Author jeff.allen
Recipients docs@python, graingert, jeff.allen, pablogsal, pitrou, serhiy.storchaka, steven.daprano
Date 2021-10-12.19:34:36
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Thomas wrote:
> it's as part of this discussion in and others in #python-dev 

That's where I noticed it, but it seemed the wrong place to explore this way.

Steven is right, I'm over-stating the case. And although valid that this is CPython specific, it's well sign-posted and I'm just being thin-skinned.

Serhiy writes:
> sort() is atomic, even if GIL is released during executing custom __lt__. It is guaranteed that no operations on the list in other threads can affect the result of sort().

The strategy noted here:
does guarantee that, which I hadn't noticed. What if during the release of the GIL, another thread appends to L? In my simple experiment I get a ValueError and the modifications are lost. I think that is not thread-safe.

Serhiy also writes:

> I do not understand what non-atomic you see in x = L[i]. The value of x is determined by values of L and i at the start of the operation. GIL is not released during indexing L, and if it is released between indexing and assignment, it does not affect the result.

and Steven:

> Does that matter though? I think that's a distinction that makes no 

> We know that another thread could change the L or the i before the 
assignment, if they are global. But once the L[i] lookup has occurred,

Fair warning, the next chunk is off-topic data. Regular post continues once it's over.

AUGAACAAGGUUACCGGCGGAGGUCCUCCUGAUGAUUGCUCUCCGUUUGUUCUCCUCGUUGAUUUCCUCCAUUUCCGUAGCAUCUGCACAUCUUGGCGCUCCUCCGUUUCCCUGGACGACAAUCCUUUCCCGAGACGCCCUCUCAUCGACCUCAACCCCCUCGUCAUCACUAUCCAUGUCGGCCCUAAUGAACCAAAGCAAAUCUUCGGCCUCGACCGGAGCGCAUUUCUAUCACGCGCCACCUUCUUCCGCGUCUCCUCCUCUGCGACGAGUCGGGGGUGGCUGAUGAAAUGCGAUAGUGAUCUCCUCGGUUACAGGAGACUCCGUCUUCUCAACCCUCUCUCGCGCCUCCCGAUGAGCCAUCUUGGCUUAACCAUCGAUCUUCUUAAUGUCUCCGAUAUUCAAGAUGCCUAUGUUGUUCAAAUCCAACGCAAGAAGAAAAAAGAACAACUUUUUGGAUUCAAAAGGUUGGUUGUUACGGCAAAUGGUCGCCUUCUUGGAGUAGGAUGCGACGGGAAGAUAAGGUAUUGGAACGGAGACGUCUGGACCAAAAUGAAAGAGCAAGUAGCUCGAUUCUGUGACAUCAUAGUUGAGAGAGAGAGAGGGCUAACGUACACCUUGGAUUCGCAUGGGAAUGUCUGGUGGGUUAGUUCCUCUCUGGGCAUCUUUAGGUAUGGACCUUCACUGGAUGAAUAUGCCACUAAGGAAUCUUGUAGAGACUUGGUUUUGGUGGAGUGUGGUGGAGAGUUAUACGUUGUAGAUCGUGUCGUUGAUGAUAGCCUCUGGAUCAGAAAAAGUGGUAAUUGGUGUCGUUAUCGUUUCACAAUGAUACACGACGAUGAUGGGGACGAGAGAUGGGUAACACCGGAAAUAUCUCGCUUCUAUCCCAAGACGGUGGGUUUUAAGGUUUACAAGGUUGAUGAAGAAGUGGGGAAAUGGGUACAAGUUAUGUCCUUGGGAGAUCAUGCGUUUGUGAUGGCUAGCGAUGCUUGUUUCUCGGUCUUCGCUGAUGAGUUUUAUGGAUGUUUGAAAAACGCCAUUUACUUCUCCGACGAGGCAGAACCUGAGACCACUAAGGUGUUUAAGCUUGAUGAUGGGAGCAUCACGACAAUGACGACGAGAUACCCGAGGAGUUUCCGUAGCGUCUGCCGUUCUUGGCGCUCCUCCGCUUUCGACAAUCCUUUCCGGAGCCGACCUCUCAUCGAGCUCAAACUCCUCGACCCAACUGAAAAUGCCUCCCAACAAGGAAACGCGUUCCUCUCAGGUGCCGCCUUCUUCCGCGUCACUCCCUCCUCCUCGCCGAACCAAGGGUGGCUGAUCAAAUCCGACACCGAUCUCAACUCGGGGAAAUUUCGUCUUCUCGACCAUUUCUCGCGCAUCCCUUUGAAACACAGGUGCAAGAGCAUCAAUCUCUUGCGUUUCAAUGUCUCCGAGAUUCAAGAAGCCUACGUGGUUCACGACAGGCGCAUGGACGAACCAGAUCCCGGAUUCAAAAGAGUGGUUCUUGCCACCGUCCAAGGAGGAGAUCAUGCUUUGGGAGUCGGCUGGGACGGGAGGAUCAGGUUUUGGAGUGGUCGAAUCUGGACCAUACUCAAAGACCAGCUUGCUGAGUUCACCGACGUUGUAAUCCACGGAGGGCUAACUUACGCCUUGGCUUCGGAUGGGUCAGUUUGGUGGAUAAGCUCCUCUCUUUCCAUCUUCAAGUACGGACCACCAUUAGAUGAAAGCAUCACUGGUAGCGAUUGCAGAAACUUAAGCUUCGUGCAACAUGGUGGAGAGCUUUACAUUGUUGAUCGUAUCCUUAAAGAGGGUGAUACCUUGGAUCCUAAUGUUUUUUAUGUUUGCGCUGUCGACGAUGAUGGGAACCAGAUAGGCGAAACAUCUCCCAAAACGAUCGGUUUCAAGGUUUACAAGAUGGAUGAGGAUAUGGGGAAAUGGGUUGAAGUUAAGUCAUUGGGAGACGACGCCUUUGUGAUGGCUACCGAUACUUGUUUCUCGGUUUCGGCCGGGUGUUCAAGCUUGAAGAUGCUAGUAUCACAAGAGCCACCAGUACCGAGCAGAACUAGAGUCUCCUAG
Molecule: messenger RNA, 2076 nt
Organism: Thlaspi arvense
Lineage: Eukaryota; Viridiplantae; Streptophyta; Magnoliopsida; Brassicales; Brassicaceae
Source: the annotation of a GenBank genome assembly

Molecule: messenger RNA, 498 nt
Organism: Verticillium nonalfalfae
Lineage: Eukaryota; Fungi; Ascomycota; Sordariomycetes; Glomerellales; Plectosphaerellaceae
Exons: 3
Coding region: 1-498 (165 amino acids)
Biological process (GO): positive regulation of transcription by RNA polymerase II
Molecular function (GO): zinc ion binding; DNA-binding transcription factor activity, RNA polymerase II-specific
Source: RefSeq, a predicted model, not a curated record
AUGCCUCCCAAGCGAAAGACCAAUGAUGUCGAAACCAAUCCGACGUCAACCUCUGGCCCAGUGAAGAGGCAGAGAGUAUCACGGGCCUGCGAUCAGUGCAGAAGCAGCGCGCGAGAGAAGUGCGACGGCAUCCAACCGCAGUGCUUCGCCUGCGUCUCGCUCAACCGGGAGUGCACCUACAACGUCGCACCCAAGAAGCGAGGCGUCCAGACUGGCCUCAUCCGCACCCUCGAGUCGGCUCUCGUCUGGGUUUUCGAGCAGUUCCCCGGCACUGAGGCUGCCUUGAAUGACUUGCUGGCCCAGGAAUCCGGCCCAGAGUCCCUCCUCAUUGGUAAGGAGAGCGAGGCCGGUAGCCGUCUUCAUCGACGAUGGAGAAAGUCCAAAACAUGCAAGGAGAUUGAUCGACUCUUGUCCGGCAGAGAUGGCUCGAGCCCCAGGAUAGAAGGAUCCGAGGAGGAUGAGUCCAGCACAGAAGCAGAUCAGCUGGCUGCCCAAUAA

it doesn't matter if they change. It's not going to affect what value 
gets bound to the x.

Fair enough. Atomicity is a bit slippery, I find. It depends where the critical region starts. Thinking again, it's not the assignment that's the issue ...

L is pushed
i is pushed
__getitem__ is called
x is popped

It is possible, if i and L are accessible to another thread and change after L is pushed, that x is given a value composed from an i and an L that never existed concurrently in the view of the other thread. Straining at gnats here, but atomicity is a strong claim.

And on the point about re-ordering and CPUs, I can't imagine re-ordering that effectively changes the order of byte codes. But do CPython threads run in separate CPUs, or is that only when we have multiple interpreters? If so, and L were in a hot memory location (either the variable or its content), this could be inconsistent between threads. Sorry, I don't know the memory coherence CPython has: I know I couldn't rely on it in Java.

I'm just arguing that the section gives advice that is *nearly* always right, which is a horrible thing to debug. I'll stop stirring.
Date User Action Args
2021-10-12 19:34:36jeff.allensetrecipients: + jeff.allen, pitrou, steven.daprano, docs@python, serhiy.storchaka, graingert, pablogsal
2021-10-12 19:34:36jeff.allensetmessageid: <>
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